Had an Asus router die today, so in a pinch I went out and bought a Google WiFi router after hearing “good things”.
I have a few wired devices and several wifi connected devices and I also have needs for port forwarding.
The first thing you will notice that is quite different from other routers is that to use this router:
- There is no browser access like traditional routers
- You need a google account
- You need an app on your phone to manage the device (via google)
You also “optionally” can enable “cloud services” which raised my eyebrows as this feature collects all sorts of data on your network and uploads it to Google for your convenience. This mostly sounded like analytics, but I suspected otherwise and kept it off (you can read about it here, its just not clear on the box)
The device was easy to setup, I connected it to a switch for my wired devices, setup my SSID, easily changed the LAN subnet and all my devices were able to ping one another and access the internet. Great.
On to port fowarding…in order to do this, you need to go into the “app” and select a connected “device” to setup mapped ports…. great! Seems simple enough…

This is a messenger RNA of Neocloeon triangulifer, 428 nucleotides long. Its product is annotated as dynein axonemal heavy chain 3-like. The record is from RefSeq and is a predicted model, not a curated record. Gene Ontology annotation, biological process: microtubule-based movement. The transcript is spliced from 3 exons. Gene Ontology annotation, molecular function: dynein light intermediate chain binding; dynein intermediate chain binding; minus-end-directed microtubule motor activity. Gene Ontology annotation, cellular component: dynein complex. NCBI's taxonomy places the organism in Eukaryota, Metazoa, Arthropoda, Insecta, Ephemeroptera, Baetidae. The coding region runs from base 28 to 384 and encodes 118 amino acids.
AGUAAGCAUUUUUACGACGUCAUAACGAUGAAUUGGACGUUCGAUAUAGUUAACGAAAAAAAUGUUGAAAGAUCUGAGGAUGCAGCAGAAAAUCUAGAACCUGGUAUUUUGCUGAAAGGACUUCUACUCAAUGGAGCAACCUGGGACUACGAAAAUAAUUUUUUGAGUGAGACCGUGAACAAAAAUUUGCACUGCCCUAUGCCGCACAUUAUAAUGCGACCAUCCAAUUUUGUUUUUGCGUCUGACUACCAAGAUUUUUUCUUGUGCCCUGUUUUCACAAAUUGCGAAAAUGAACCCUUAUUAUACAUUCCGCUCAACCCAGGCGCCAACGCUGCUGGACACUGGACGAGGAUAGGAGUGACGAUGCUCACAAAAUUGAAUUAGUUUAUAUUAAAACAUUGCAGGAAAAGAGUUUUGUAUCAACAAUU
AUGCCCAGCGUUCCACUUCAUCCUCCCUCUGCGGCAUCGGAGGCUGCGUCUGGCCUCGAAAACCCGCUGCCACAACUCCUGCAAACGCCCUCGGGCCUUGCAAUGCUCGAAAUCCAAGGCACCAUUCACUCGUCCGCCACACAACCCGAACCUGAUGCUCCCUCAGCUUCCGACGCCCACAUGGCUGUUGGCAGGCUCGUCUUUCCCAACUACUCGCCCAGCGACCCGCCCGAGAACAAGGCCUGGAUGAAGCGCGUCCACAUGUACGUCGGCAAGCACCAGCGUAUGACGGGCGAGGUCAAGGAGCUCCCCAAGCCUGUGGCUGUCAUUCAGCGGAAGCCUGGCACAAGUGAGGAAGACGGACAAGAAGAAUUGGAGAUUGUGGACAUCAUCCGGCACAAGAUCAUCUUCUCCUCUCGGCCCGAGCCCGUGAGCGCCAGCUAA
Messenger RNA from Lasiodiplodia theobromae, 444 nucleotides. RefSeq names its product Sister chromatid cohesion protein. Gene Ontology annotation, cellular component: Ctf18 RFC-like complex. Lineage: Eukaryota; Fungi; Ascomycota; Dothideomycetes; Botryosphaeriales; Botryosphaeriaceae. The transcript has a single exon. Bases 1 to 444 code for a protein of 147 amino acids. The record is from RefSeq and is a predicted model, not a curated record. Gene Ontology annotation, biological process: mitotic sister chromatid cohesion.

Oddly though, the google wifi router app, showed “no devices” connected…. odd… as I had 4 devices (including the phone I was using the app on) connected to the AP and pinging one another all on the local subnet.
In short, after being on the phone with google for 30 minutes, turns you you have to “opt-in” and enable the “cloud services” feature in order to see the “devices” on your network from within the app and be able to manage them. Unless you “opt in” to submitting this device information to Google, you cannot utilize any of the advanced features on the device.
This is the point where I ended the call, and returned the router to the store.
Attention to all the Google Wifi router owners out there: who knows what Google is sniffing on your network… analytics, mac addresses, device inference today etc…. whats going to be collected, throttled or accessed tomorrow? Who knows and I don’t care to find out nor predict where this kind of centralized router control for the masses could go.
Your home router is essentially the digital front door to your home.